In most developed countries, the existing electric infrastructure and workforce is rapidly aging, while in many developing countries, demand for electricity is rapidly rising. Across this landscape of change, it is crucial for policy-makers to understand the synergies between grids and information and communication technologies. Only smart and strong grids will connect people with reliable clean energy. This paper presents a part of the work being done within ISGAN Annex 6 on Power T&D Systems. International Smart Grid Action Network (ISGAN) is an initiative within the Clean Energy Ministerial (CEM) and an Implementing Agreement within the International Energy Agency (IEA). For more information please go to www.iea-isgan.org, or www.cleanenergyministerial.org/Our-Work/Initiatives/Smart-Grid.

This work involves the major economies and consequently major energy users in the world and is addressing the challenges for a secure and clean energy system including the concerns put forward by Intergovernmental Panel on Climate Change (IPCC). IEA publish regularly the reports World Energy Outlook (WEO) and Energy Technology Perspectives (ETP). In addition IEA has published a number of Technology Roadmaps, e.g. on Smart Grids, Wind Energy, Concentrating Solar Power (CSP), Solar PV Energy and Energy Storage. All scenarios showed by IEA are indicating a further increase of electricity as energy carrier both due to the integration of Renewable Energy Sources (RES) and due to increased electricity consumption in many countries, besides common applications also due to increased use of home electronics, heat pumps, air conditioning and electrical transportation (e.g. electrical vehicles, high speed trains). Increased variable electricity production (large scale and distributed) will require mitigation from storage and/or demand response. This will give further demands for capacity, flexibility and reliability of the future power T&D system.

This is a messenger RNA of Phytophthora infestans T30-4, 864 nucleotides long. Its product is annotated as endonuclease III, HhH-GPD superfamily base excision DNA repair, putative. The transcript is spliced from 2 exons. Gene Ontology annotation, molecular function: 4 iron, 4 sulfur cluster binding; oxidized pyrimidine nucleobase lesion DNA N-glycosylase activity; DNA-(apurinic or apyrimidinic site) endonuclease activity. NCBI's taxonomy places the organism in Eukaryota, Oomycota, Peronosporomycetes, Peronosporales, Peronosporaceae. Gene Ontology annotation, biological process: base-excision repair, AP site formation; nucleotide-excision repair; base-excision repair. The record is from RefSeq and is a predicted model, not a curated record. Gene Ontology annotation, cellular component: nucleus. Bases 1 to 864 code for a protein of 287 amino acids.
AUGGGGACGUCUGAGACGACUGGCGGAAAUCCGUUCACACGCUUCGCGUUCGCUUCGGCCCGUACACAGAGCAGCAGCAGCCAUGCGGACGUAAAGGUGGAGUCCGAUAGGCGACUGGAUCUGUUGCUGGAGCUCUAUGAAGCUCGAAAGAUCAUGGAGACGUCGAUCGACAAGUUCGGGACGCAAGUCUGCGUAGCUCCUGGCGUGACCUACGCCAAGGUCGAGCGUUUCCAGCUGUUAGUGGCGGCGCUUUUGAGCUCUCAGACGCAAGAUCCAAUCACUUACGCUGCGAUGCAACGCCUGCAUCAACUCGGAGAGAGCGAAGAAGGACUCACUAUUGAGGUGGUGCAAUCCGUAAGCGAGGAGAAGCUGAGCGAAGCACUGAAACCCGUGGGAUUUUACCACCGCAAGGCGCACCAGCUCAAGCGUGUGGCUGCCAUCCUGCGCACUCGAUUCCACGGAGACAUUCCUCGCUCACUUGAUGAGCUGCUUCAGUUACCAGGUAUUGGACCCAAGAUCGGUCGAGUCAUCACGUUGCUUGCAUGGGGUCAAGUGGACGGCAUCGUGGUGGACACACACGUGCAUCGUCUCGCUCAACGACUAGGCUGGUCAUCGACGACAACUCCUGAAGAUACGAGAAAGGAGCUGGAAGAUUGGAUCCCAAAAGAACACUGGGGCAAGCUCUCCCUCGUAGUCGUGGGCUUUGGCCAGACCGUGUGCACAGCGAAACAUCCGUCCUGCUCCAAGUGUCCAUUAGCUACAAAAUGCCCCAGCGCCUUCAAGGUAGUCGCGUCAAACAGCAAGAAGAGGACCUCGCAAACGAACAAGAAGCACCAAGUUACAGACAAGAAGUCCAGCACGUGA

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February 28, 2014


The role and interaction of microgrids and centralized grids in developing modern power systems

A rapid expansion of the introduction of microgrids is underway universally, primarily to allow increased electrification in growing economies, but also to meet the need to reduce global CO2 emissions and to provide ancillary services to centralized grids.

Energy access constitutes one of the fundamental building blocks for economic growth, as well as social equity, in the modern world. Access to sustainable energy is needed to achieve sustainable development. This paper serves as an input document to the global discussion on how to reach the UN goal of “Sustainable Energy for All”, by sharing case study knowledge in the field. The following topics are considered through the examination of several implemented cases from different parts of the world:

  • Analysis of the interaction between centralized grids and microgrids.
  • Analysis of stakeholder decision parameters for electrification through extension of the central grid or microgrids; such as distance from grid, economic feasibility and environmental sustainability.
  • Analysis of design differences and requirements for microgrids, based on intended purpose and the needs of the end customer.

It has been determined that good planning, appropriate requirements and clear regulations for microgrids limit the risk of stranded assets and enable better business cases for the involved stakeholders.